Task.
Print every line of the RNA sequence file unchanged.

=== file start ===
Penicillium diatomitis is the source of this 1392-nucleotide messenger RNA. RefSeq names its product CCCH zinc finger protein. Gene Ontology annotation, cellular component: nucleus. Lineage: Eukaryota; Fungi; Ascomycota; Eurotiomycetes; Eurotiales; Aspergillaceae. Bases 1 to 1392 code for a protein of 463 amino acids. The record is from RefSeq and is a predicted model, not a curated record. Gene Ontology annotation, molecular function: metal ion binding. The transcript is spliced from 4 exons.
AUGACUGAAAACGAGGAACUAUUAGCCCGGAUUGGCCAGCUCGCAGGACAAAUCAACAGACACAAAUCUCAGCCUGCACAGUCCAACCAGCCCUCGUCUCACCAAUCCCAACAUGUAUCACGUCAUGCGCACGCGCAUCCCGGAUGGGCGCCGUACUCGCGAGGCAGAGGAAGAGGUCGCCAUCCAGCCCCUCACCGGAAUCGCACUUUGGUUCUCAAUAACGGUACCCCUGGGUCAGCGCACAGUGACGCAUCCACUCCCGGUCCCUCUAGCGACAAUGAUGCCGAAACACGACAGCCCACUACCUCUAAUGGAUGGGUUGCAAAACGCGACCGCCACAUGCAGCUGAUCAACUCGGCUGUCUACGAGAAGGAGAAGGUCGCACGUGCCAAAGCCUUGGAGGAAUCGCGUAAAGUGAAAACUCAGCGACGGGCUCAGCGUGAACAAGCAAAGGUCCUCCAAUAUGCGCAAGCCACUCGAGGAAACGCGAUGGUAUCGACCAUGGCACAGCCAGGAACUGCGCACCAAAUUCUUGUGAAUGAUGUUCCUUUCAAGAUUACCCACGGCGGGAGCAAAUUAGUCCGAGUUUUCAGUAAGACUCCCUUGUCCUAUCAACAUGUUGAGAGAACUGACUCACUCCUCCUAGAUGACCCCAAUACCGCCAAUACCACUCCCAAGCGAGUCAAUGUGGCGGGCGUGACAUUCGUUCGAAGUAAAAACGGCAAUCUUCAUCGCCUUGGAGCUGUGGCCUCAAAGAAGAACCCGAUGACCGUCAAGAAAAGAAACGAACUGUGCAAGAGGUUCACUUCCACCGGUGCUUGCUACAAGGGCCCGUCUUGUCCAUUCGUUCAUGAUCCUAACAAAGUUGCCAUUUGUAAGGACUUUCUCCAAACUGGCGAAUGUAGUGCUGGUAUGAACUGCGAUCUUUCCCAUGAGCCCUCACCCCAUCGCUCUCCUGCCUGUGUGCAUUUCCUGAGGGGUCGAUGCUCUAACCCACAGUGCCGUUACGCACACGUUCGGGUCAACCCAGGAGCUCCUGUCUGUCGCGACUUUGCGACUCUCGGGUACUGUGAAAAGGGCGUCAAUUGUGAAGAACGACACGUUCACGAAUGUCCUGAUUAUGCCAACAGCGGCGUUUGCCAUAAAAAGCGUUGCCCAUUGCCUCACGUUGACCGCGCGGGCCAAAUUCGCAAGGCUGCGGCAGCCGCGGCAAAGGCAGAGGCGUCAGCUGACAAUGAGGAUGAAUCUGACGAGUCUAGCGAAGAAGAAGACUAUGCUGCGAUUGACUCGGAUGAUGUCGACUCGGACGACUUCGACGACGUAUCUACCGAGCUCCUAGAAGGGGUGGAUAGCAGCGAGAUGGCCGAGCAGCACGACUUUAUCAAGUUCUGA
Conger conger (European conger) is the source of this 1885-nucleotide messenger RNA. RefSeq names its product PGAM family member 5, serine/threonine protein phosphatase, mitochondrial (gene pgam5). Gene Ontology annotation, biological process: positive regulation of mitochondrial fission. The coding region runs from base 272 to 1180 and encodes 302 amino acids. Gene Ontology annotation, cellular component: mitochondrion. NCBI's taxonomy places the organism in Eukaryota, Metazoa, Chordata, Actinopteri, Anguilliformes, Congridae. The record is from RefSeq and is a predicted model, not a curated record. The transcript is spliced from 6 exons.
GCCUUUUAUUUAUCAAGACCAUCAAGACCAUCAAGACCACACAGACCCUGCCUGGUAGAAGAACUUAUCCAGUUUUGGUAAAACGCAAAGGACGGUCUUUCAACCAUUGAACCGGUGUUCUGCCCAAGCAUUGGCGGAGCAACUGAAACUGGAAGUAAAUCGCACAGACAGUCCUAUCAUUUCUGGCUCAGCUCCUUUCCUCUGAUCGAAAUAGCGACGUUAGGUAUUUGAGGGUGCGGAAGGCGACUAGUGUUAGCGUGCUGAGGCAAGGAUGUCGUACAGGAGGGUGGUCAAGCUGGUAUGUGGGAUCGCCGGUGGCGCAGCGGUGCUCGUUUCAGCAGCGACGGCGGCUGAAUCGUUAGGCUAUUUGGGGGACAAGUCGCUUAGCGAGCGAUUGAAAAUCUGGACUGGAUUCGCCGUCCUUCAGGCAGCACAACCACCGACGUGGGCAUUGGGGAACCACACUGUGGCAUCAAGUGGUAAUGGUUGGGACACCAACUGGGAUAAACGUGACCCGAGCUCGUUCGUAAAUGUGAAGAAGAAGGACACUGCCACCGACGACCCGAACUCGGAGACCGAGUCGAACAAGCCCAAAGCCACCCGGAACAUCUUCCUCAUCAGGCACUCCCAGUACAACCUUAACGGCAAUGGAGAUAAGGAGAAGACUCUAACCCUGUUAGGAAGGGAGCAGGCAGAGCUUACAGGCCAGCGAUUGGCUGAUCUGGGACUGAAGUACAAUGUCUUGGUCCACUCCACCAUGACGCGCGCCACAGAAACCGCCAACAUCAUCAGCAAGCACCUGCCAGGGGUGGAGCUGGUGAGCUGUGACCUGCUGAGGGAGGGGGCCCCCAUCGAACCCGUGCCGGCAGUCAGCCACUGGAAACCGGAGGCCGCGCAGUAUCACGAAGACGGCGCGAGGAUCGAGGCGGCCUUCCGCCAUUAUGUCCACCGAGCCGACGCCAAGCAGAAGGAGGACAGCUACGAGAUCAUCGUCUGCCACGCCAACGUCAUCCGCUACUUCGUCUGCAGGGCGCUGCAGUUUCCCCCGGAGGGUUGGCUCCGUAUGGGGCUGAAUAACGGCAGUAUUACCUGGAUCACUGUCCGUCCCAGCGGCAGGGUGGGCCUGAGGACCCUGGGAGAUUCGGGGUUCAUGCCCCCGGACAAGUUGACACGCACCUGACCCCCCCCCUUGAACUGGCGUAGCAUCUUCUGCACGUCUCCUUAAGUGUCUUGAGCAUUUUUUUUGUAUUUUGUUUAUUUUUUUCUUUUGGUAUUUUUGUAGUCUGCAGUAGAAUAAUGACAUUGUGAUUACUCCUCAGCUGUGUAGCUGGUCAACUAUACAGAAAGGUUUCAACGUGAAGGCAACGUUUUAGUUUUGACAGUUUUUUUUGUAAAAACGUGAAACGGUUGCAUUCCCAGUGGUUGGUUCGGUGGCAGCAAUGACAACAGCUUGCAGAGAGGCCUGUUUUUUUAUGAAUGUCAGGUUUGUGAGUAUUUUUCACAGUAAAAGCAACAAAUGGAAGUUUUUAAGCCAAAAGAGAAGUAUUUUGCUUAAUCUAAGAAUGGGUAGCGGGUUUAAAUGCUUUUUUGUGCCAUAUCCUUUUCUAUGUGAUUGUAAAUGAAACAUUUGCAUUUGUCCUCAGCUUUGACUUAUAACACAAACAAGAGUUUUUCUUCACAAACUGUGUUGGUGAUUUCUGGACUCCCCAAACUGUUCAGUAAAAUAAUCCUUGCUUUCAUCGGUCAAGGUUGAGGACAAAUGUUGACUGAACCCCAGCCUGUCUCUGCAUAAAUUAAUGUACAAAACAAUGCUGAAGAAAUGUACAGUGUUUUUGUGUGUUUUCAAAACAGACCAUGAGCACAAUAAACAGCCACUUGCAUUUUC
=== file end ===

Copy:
Penicillium diatomitis is the source of this 1392-nucleotide messenger RNA. RefSeq names its product CCCH zinc finger protein. Gene Ontology annotation, cellular component: nucleus. Lineage: Eukaryota; Fungi; Ascomycota; Eurotiomycetes; Eurotiales; Aspergillaceae. Bases 1 to 1392 code for a protein of 463 amino acids. The record is from RefSeq and is a predicted model, not a curated record. Gene Ontology annotation, molecular function: metal ion binding. The transcript is spliced from 4 exons.
AUGACUGAAAACGAGGAACUAUUAGCCCGGAUUGGCCAGCUCGCAGGACAAAUCAACAGACACAAAUCUCAGCCUGCACAGUCCAACCAGCCCUCGUCUCACCAAUCCCAACAUGUAUCACGUCAUGCGCACGCGCAUCCCGGAUGGGCGCCGUACUCGCGAGGCAGAGGAAGAGGUCGCCAUCCAGCCCCUCACCGGAAUCGCACUUUGGUUCUCAAUAACGGUACCCCUGGGUCAGCGCACAGUGACGCAUCCACUCCCGGUCCCUCUAGCGACAAUGAUGCCGAAACACGACAGCCCACUACCUCUAAUGGAUGGGUUGCAAAACGCGACCGCCACAUGCAGCUGAUCAACUCGGCUGUCUACGAGAAGGAGAAGGUCGCACGUGCCAAAGCCUUGGAGGAAUCGCGUAAAGUGAAAACUCAGCGACGGGCUCAGCGUGAACAAGCAAAGGUCCUCCAAUAUGCGCAAGCCACUCGAGGAAACGCGAUGGUAUCGACCAUGGCACAGCCAGGAACUGCGCACCAAAUUCUUGUGAAUGAUGUUCCUUUCAAGAUUACCCACGGCGGGAGCAAAUUAGUCCGAGUUUUCAGUAAGACUCCCUUGUCCUAUCAACAUGUUGAGAGAACUGACUCACUCCUCCUAGAUGACCCCAAUACCGCCAAUACCACUCCCAAGCGAGUCAAUGUGGCGGGCGUGACAUUCGUUCGAAGUAAAAACGGCAAUCUUCAUCGCCUUGGAGCUGUGGCCUCAAAGAAGAACCCGAUGACCGUCAAGAAAAGAAACGAACUGUGCAAGAGGUUCACUUCCACCGGUGCUUGCUACAAGGGCCCGUCUUGUCCAUUCGUUCAUGAUCCUAACAAAGUUGCCAUUUGUAAGGACUUUCUCCAAACUGGCGAAUGUAGUGCUGGUAUGAACUGCGAUCUUUCCCAUGAGCCCUCACCCCAUCGCUCUCCUGCCUGUGUGCAUUUCCUGAGGGGUCGAUGCUCUAACCCACAGUGCCGUUACGCACACGUUCGGGUCAACCCAGGAGCUCCUGUCUGUCGCGACUUUGCGACUCUCGGGUACUGUGAAAAGGGCGUCAAUUGUGAAGAACGACACGUUCACGAAUGUCCUGAUUAUGCCAACAGCGGCGUUUGCCAUAAAAAGCGUUGCCCAUUGCCUCACGUUGACCGCGCGGGCCAAAUUCGCAAGGCUGCGGCAGCCGCGGCAAAGGCAGAGGCGUCAGCUGACAAUGAGGAUGAAUCUGACGAGUCUAGCGAAGAAGAAGACUAUGCUGCGAUUGACUCGGAUGAUGUCGACUCGGACGACUUCGACGACGUAUCUACCGAGCUCCUAGAAGGGGUGGAUAGCAGCGAGAUGGCCGAGCAGCACGACUUUAUCAAGUUCUGA
Conger conger (European conger) is the source of this 1885-nucleotide messenger RNA. RefSeq names its product PGAM family member 5, serine/threonine protein phosphatase, mitochondrial (gene pgam5). Gene Ontology annotation, biological process: positive regulation of mitochondrial fission. The coding region runs from base 272 to 1180 and encodes 302 amino acids. Gene Ontology annotation, cellular component: mitochondrion. NCBI's taxonomy places the organism in Eukaryota, Metazoa, Chordata, Actinopteri, Anguilliformes, Congridae. The record is from RefSeq and is a predicted model, not a curated record. The transcript is spliced from 6 exons.
GCCUUUUAUUUAUCAAGACCAUCAAGACCAUCAAGACCACACAGACCCUGCCUGGUAGAAGAACUUAUCCAGUUUUGGUAAAACGCAAAGGACGGUCUUUCAACCAUUGAACCGGUGUUCUGCCCAAGCAUUGGCGGAGCAACUGAAACUGGAAGUAAAUCGCACAGACAGUCCUAUCAUUUCUGGCUCAGCUCCUUUCCUCUGAUCGAAAUAGCGACGUUAGGUAUUUGAGGGUGCGGAAGGCGACUAGUGUUAGCGUGCUGAGGCAAGGAUGUCGUACAGGAGGGUGGUCAAGCUGGUAUGUGGGAUCGCCGGUGGCGCAGCGGUGCUCGUUUCAGCAGCGACGGCGGCUGAAUCGUUAGGCUAUUUGGGGGACAAGUCGCUUAGCGAGCGAUUGAAAAUCUGGACUGGAUUCGCCGUCCUUCAGGCAGCACAACCACCGACGUGGGCAUUGGGGAACCACACUGUGGCAUCAAGUGGUAAUGGUUGGGACACCAACUGGGAUAAACGUGACCCGAGCUCGUUCGUAAAUGUGAAGAAGAAGGACACUGCCACCGACGACCCGAACUCGGAGACCGAGUCGAACAAGCCCAAAGCCACCCGGAACAUCUUCCUCAUCAGGCACUCCCAGUACAACCUUAACGGCAAUGGAGAUAAGGAGAAGACUCUAACCCUGUUAGGAAGGGAGCAGGCAGAGCUUACAGGCCAGCGAUUGGCUGAUCUGGGACUGAAGUACAAUGUCUUGGUCCACUCCACCAUGACGCGCGCCACAGAAACCGCCAACAUCAUCAGCAAGCACCUGCCAGGGGUGGAGCUGGUGAGCUGUGACCUGCUGAGGGAGGGGGCCCCCAUCGAACCCGUGCCGGCAGUCAGCCACUGGAAACCGGAGGCCGCGCAGUAUCACGAAGACGGCGCGAGGAUCGAGGCGGCCUUCCGCCAUUAUGUCCACCGAGCCGACGCCAAGCAGAAGGAGGACAGCUACGAGAUCAUCGUCUGCCACGCCAACGUCAUCCGCUACUUCGUCUGCAGGGCGCUGCAGUUUCCCCCGGAGGGUUGGCUCCGUAUGGGGCUGAAUAACGGCAGUAUUACCUGGAUCACUGUCCGUCCCAGCGGCAGGGUGGGCCUGAGGACCCUGGGAGAUUCGGGGUUCAUGCCCCCGGACAAGUUGACACGCACCUGACCCCCCCCCUUGAACUGGCGUAGCAUCUUCUGCACGUCUCCUUAAGUGUCUUGAGCAUUUUUUUUGUAUUUUGUUUAUUUUUUUCUUUUGGUAUUUUUGUAGUCUGCAGUAGAAUAAUGACAUUGUGAUUACUCCUCAGCUGUGUAGCUGGUCAACUAUACAGAAAGGUUUCAACGUGAAGGCAACGUUUUAGUUUUGACAGUUUUUUUUGUAAAAACGUGAAACGGUUGCAUUCCCAGUGGUUGGUUCGGUGGCAGCAAUGACAACAGCUUGCAGAGAGGCCUGUUUUUUUAUGAAUGUCAGGUUUGUGAGUAUUUUUCACAGUAAAAGCAACAAAUGGAAGUUUUUAAGCCAAAAGAGAAGUAUUUUGCUUAAUCUAAGAAUGGGUAGCGGGUUUAAAUGCUUUUUUGUGCCAUAUCCUUUUCUAUGUGAUUGUAAAUGAAACAUUUGCAUUUGUCCUCAGCUUUGACUUAUAACACAAACAAGAGUUUUUCUUCACAAACUGUGUUGGUGAUUUCUGGACUCCCCAAACUGUUCAGUAAAAUAAUCCUUGCUUUCAUCGGUCAAGGUUGAGGACAAAUGUUGACUGAACCCCAGCCUGUCUCUGCAUAAAUUAAUGUACAAAACAAUGCUGAAGAAAUGUACAGUGUUUUUGUGUGUUUUCAAAACAGACCAUGAGCACAAUAAACAGCCACUUGCAUUUUC